Research Project

Skin mechanics changes during natural renewal

Thickness and stiffness changes with age

January 6, 2021

Yuxiang Wang, Kara Marshall, Rachel Clary, Hyojung Kang, Rachel Orlowsky, Ellen Lumpkin, Gregory J. Gerling

We sought to define the mechanical properties of mouse skin over a range of normal physiological states. We evaluated the skin's mechanics over the mouse hair cycle – loss and replacement of hair from head to tail in two separate waves between about 4 to10 weeks, before entering maturity – to study natural, systematic changes to the skin and neuron. Uniaxial compression measurements surveyed the skin’s mechanics over the hair cycle.

The skin serves a pivotal role in the transfer function from sensory stimuli to neuronal signaling

Mouse hair cycle

In two separate cycles, the hair of the mouse is replaced progressing through stages of Telogen, Anagen, and Catagen.  These stages happen in waves over two separate points of time, and thereafter the skin and hairs enter a mature stage.  At that point, the hair and skin are renewed in a mosaic fashion, i.e., where hairs are replaced not in a wave but in staggered points in time, on regular intervals.

Diagram showing the stages of the mouse hair cycle.

Mechanical characterization of the skin's mechanics

Skin thickness, stiffness and modulus were quantitatively surveyed in adult, female mice. These measures were analyzed under uniaxial compression, which is relevant for touch reception and compression injuries, rather than tension, which is typically used to analyze skin mechanics. Compression tests were performed with 105 full-thickness, freshly isolated specimens from the hairy skin of the hind limb. Physiological variables included body weight, hair-cycle stage, maturity level, skin site and individual animal differences.

Skin histology and compression test apparatus.(A) Hemotoxylin and eosin (H&E) staining of skin sections from mice at 6.0, 9.0, 12.6, 18.0 and 31.0 weeks. Each specimen was harvested from the proximal hind limb adjacent to the saphenous nerve and vein. Skin layers are indicated at left (E: epidermis; D: dermis; H: hypodermis). (B) Uniaxial compression test apparatus. (C) Hind-limb skin from a 10-week-old mouse illustrates three sampling locations tested. Hair was removed with a depilatory cream prior to dissection. The lack of pigmentation indicates that this mouse was in the resting stage of the hair cycle.  

Evaluation of skin thickness and stiffness

The results indicate that skin thickness and stiffness were dominated by hair-cycle stage at young (6–10 weeks) and intermediate (13–19 weeks) adult ages but by body weight in mature mice (26–34 weeks). Interestingly, stiffness varied inversely with thickness so that hyperelastic modulus was consistent across hair-cycle stages and body weights. By contrast, the mechanics of hairy skin differs markedly with anatomical location. In particular, skin containing fascial structures such as nerves and blood vessels showed significantly greater modulus than adjacent sites. Collectively, this systematic survey indicates that, although its structure changes dramatically throughout adult life, mouse skin at a given location maintains a constant elastic modulus to compression throughout normal physiological stages.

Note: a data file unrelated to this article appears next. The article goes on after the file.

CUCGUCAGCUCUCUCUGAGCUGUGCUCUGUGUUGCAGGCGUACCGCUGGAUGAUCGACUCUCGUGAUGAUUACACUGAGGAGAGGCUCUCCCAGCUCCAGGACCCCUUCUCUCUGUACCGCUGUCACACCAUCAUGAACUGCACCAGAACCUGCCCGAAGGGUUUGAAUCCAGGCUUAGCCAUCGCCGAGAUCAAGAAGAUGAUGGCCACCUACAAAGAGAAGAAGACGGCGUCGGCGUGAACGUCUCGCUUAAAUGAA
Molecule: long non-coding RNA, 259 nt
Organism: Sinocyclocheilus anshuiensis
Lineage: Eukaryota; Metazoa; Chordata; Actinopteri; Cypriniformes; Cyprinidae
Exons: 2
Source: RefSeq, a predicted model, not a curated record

Although the skin’s structure, in particular its thickness and stiffness changed dramatically, we found that skin at a given location maintains a constant modulus throughout normal physiological stages
Skin thickness and stiffness with respect to hair cycle stage. Animals at 5.7–6.9 weeks were Young Active (YA),  9.0–10.3 weeks Young Resting (YR ), 12.6–12.7  Intermediate Active (IA), 16.9–19.3 weeks Intermediate Resting (IR), and 26.3–34.3 weeks as Mature (M).

Evaluation of skin relaxation, viscoelasticity

Over the population of animals, we observed the skin’s viscoelasticity to be quite variable, yet found systematic correlation of residual stress ratio with skin thickness and strain, and of relaxation time constants with strain rates. These findings indicate that the natural range of specimen thickness, as well as experimental controls of compression level and rate, significantly influence measurements of skin viscoelasticity. In particular, we find that there is faster relaxation with a higher strain rate (B, below), that thinner skin relaxes to a greater degree (C, below), and that there is more relaxation with a greater level of strain.

Skin viscoelasticity is dependent on specimen thickness and experimental controls of compression level and rate
Skin viscoelastic properties. (A) Magnified view of reaction force and platen position, (B) Overall, the time constants are significantly smaller under faster strain rates, while there is no systematic trend in the change of residual stress ratio, (C) Steady-state residual stress ratio (G∞) correlates with increasing skin thickness

Rules to govern the renewal of architecture of neural end organs